Reporting for pet travel is less than perfect, however, and the government collects no numbers on how many pets travel each month. Airlines are required to report each time there is a problem.
Pets who fly in the main cabin -- such as cats -- must have their own reservations. (It's also a chance for the airline to collect its $100, one-way fee for bringing a pet into the cabin.) American only allows up to seven pets per flight (a maximum of five in coach) on most flights, but limits that number to two pets on regional jet flights run by American Eagle.
Carry-on pets are not allowed to or from Hawaii or on trips across the oceans.
Checked pets travel in kennels in a hold under the plane, just like checked luggage, though they are placed in a special pressurized and temperature-controlled area. But that doesn't necessarily mean it is comfortable. In winter, airlines may require documentation certifying that your pet is acclimated to temperatures lower than 45 degrees.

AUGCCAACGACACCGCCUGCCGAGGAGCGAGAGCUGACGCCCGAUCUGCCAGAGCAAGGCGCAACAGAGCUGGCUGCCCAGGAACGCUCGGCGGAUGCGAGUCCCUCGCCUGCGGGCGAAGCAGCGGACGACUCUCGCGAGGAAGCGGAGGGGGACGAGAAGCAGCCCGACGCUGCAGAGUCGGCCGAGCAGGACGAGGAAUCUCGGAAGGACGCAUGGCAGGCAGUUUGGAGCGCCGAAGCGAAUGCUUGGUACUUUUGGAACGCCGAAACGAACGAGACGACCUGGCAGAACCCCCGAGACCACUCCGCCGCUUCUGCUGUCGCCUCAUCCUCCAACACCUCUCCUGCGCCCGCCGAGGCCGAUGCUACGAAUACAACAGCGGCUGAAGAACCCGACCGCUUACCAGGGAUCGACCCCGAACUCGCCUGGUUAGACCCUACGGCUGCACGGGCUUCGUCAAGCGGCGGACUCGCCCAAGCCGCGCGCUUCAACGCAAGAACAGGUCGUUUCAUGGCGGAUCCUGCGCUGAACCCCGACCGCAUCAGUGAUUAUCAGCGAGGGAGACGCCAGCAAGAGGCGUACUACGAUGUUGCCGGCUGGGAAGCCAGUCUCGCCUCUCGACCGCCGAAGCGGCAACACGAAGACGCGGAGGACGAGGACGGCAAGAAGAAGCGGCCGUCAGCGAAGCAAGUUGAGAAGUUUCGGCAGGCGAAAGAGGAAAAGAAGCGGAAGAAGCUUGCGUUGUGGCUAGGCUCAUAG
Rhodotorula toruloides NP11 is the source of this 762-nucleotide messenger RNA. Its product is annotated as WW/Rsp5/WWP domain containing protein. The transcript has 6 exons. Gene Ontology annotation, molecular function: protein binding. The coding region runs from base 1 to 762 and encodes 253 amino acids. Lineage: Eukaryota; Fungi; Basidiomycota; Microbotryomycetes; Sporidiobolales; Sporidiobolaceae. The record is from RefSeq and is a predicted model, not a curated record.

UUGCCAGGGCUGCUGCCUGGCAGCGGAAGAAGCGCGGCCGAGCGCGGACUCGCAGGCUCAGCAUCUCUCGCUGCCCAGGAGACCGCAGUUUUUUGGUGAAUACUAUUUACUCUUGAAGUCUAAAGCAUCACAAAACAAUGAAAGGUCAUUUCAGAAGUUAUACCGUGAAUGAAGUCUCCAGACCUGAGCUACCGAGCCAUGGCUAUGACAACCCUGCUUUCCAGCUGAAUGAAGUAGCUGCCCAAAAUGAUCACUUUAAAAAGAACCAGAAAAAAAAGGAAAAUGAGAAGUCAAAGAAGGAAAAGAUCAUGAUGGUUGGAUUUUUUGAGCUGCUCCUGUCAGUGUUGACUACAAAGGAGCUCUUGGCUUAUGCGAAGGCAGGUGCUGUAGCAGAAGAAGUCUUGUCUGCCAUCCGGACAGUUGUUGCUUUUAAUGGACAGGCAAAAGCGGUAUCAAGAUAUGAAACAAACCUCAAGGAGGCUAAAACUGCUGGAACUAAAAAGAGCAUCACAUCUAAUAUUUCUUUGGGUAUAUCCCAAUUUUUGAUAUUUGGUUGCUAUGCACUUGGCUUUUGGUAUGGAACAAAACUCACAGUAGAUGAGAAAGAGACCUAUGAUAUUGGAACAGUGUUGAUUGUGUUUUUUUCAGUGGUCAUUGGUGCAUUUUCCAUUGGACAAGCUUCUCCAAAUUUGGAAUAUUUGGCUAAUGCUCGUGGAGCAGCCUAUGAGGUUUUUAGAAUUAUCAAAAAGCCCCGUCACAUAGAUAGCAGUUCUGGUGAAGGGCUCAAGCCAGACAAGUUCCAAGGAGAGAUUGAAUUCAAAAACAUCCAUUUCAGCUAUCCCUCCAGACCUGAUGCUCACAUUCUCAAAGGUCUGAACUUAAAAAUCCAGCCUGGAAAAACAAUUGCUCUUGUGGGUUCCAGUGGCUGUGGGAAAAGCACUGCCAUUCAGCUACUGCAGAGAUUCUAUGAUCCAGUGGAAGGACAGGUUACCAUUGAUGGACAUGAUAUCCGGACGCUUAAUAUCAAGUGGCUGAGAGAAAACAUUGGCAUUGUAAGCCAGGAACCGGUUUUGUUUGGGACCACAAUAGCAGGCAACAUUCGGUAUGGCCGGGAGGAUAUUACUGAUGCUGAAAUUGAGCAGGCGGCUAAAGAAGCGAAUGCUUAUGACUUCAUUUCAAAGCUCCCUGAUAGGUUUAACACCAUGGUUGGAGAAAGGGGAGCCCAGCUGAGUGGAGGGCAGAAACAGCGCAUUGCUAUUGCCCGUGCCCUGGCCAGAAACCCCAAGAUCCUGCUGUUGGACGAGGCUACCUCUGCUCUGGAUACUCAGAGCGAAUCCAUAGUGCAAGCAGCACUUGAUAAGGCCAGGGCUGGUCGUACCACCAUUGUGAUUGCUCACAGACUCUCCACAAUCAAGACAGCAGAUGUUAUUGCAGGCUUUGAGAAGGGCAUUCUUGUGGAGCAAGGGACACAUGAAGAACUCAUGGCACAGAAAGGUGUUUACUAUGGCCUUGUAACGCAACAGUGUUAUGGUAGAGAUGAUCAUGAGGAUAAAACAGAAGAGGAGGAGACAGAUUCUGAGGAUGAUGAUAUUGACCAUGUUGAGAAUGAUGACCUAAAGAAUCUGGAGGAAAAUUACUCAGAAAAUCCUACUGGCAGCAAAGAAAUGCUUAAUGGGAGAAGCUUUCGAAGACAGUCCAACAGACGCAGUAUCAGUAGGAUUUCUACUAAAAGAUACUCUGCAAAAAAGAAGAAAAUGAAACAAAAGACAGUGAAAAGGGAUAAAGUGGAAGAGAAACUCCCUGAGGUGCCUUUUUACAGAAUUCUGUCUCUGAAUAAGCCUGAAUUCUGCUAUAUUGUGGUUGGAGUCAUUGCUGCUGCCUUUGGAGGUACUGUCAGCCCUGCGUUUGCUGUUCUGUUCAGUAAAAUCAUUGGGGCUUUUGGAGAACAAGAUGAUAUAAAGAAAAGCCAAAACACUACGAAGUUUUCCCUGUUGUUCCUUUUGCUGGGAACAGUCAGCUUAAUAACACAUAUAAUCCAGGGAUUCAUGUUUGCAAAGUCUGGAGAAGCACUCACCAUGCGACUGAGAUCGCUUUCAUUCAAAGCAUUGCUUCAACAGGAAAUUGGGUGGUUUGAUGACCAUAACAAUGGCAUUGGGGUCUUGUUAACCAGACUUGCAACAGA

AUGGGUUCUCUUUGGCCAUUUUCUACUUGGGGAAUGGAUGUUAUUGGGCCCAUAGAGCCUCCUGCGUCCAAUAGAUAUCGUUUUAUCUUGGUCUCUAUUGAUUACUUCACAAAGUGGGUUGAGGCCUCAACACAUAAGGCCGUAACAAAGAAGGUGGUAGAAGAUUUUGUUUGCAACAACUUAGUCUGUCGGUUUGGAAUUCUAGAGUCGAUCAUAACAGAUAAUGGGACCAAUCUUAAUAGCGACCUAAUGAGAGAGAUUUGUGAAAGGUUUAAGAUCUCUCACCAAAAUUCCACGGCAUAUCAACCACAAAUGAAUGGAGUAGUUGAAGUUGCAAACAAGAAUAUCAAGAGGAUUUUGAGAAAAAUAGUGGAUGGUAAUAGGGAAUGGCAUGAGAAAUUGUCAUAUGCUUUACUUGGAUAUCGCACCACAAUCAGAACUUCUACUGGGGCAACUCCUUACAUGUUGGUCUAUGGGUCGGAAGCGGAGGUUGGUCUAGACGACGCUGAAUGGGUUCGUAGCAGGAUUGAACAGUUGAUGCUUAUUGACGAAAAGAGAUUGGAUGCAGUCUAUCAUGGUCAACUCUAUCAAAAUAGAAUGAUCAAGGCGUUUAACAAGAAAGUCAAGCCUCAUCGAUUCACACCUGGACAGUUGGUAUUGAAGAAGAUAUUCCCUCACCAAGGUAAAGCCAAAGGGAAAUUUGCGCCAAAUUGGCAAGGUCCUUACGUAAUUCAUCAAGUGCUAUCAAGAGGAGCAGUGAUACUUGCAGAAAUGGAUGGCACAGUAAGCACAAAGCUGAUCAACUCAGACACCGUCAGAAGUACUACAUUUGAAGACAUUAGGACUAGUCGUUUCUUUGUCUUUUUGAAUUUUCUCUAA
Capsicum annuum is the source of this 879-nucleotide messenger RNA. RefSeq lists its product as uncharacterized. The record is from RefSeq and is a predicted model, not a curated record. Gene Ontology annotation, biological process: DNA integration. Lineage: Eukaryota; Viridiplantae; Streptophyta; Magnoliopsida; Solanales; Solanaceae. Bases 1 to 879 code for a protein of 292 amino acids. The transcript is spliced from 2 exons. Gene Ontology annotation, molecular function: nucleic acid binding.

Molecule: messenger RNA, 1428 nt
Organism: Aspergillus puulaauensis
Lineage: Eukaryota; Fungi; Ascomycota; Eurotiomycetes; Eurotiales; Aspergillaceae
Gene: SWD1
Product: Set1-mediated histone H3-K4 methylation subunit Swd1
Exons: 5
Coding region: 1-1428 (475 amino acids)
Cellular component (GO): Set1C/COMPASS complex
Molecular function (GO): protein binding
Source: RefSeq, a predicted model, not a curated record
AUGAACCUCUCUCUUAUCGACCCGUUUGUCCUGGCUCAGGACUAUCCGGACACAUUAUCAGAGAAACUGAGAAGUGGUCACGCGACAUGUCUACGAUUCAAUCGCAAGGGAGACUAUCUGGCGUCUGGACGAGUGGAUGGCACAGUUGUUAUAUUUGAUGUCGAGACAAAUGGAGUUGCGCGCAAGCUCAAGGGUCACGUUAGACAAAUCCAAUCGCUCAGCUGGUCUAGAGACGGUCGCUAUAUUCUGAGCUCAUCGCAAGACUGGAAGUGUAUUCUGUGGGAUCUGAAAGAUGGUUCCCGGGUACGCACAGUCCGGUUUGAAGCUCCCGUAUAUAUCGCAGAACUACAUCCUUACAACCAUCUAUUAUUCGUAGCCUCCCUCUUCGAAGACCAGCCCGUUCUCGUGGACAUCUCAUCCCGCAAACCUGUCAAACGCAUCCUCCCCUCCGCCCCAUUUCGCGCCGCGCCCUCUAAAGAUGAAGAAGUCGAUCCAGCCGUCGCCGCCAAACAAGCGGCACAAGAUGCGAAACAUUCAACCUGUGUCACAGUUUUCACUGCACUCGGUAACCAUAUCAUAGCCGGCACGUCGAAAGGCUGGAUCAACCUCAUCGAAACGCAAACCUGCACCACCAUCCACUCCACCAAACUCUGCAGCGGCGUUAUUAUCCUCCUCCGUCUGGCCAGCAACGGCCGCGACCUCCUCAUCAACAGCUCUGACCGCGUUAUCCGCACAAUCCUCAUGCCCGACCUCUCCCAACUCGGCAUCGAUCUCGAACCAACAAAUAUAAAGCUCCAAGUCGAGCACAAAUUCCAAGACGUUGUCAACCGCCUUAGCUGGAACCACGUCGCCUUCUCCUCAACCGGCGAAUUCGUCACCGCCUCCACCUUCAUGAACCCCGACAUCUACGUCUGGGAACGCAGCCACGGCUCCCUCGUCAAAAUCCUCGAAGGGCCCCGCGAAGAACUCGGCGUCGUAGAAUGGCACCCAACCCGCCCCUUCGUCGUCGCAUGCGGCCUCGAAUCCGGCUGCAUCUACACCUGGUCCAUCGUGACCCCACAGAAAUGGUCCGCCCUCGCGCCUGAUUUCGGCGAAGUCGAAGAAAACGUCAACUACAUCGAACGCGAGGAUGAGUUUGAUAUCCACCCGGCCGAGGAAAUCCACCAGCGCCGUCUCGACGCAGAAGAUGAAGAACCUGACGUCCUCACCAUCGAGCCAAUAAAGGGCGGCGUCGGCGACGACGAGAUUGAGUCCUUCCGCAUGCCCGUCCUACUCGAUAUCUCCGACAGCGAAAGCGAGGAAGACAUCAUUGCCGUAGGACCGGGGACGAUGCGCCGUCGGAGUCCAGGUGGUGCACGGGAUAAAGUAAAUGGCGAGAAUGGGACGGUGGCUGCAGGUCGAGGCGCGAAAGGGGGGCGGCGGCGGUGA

Regulations about carrier size and, of course, fees, vary by airline, but American for example, charges $150. Unlike carry-on pets, those that are checked don't require reservations on American, but the airline warns that sometimes capacity is reached and pets are accepted on a first-come, first-served basis. That warning is mostly for dog show participants, but you never know when such a show is in town.
Delta limits its flights to only four pets in the main cabin and charges $125. Checking a pet on Delta will cost you $200 each way.